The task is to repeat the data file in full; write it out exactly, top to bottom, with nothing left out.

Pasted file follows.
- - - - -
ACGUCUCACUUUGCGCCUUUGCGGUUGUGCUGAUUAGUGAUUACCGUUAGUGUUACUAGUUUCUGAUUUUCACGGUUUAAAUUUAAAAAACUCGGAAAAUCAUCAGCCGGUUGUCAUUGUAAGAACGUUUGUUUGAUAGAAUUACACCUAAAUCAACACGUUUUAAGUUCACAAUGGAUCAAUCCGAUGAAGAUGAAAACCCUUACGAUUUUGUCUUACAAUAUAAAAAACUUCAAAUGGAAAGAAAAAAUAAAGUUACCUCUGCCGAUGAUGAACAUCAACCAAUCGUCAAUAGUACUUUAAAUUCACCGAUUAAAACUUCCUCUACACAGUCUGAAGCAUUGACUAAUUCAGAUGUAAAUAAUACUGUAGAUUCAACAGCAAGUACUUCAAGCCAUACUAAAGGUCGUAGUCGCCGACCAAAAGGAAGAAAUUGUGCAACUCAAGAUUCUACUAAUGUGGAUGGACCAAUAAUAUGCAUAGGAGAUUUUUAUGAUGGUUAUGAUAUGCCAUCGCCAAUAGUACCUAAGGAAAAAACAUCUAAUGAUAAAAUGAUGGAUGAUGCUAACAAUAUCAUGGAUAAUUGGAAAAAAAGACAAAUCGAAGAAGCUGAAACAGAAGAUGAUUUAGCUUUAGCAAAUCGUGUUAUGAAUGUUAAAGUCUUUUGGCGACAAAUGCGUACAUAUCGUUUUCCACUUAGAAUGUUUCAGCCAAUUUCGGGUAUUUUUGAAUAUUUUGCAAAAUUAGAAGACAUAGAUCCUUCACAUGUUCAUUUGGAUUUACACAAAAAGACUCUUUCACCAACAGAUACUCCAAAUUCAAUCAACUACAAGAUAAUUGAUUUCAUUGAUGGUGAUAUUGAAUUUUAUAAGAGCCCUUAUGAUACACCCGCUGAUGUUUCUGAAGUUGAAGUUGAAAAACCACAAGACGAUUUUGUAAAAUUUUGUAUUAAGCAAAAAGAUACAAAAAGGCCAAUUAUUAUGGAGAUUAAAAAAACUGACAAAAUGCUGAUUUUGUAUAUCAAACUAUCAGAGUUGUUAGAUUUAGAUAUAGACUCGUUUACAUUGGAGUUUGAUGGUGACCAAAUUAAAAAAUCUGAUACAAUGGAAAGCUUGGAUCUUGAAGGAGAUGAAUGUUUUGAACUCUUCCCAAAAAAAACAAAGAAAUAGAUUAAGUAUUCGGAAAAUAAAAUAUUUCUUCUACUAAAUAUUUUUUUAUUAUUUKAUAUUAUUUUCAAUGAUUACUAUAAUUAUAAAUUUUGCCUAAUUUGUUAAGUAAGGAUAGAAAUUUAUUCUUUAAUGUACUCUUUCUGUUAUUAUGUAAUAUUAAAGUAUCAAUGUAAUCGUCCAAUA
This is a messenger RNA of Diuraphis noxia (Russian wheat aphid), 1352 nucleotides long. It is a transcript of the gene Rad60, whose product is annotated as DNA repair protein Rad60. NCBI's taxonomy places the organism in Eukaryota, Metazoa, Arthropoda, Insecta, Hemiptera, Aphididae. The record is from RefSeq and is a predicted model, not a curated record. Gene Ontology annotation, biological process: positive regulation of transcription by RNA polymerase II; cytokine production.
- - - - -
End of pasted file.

ACGUCUCACUUUGCGCCUUUGCGGUUGUGCUGAUUAGUGAUUACCGUUAGUGUUACUAGUUUCUGAUUUUCACGGUUUAAAUUUAAAAAACUCGGAAAAUCAUCAGCCGGUUGUCAUUGUAAGAACGUUUGUUUGAUAGAAUUACACCUAAAUCAACACGUUUUAAGUUCACAAUGGAUCAAUCCGAUGAAGAUGAAAACCCUUACGAUUUUGUCUUACAAUAUAAAAAACUUCAAAUGGAAAGAAAAAAUAAAGUUACCUCUGCCGAUGAUGAACAUCAACCAAUCGUCAAUAGUACUUUAAAUUCACCGAUUAAAACUUCCUCUACACAGUCUGAAGCAUUGACUAAUUCAGAUGUAAAUAAUACUGUAGAUUCAACAGCAAGUACUUCAAGCCAUACUAAAGGUCGUAGUCGCCGACCAAAAGGAAGAAAUUGUGCAACUCAAGAUUCUACUAAUGUGGAUGGACCAAUAAUAUGCAUAGGAGAUUUUUAUGAUGGUUAUGAUAUGCCAUCGCCAAUAGUACCUAAGGAAAAAACAUCUAAUGAUAAAAUGAUGGAUGAUGCUAACAAUAUCAUGGAUAAUUGGAAAAAAAGACAAAUCGAAGAAGCUGAAACAGAAGAUGAUUUAGCUUUAGCAAAUCGUGUUAUGAAUGUUAAAGUCUUUUGGCGACAAAUGCGUACAUAUCGUUUUCCACUUAGAAUGUUUCAGCCAAUUUCGGGUAUUUUUGAAUAUUUUGCAAAAUUAGAAGACAUAGAUCCUUCACAUGUUCAUUUGGAUUUACACAAAAAGACUCUUUCACCAACAGAUACUCCAAAUUCAAUCAACUACAAGAUAAUUGAUUUCAUUGAUGGUGAUAUUGAAUUUUAUAAGAGCCCUUAUGAUACACCCGCUGAUGUUUCUGAAGUUGAAGUUGAAAAACCACAAGACGAUUUUGUAAAAUUUUGUAUUAAGCAAAAAGAUACAAAAAGGCCAAUUAUUAUGGAGAUUAAAAAAACUGACAAAAUGCUGAUUUUGUAUAUCAAACUAUCAGAGUUGUUAGAUUUAGAUAUAGACUCGUUUACAUUGGAGUUUGAUGGUGACCAAAUUAAAAAAUCUGAUACAAUGGAAAGCUUGGAUCUUGAAGGAGAUGAAUGUUUUGAACUCUUCCCAAAAAAAACAAAGAAAUAGAUUAAGUAUUCGGAAAAUAAAAUAUUUCUUCUACUAAAUAUUUUUUUAUUAUUUKAUAUUAUUUUCAAUGAUUACUAUAAUUAUAAAUUUUGCCUAAUUUGUUAAGUAAGGAUAGAAAUUUAUUCUUUAAUGUACUCUUUCUGUUAUUAUGUAAUAUUAAAGUAUCAAUGUAAUCGUCCAAUA
This is a messenger RNA of Diuraphis noxia (Russian wheat aphid), 1352 nucleotides long. It is a transcript of the gene Rad60, whose product is annotated as DNA repair protein Rad60. NCBI's taxonomy places the organism in Eukaryota, Metazoa, Arthropoda, Insecta, Hemiptera, Aphididae. The record is from RefSeq and is a predicted model, not a curated record. Gene Ontology annotation, biological process: positive regulation of transcription by RNA polymerase II; cytokine production.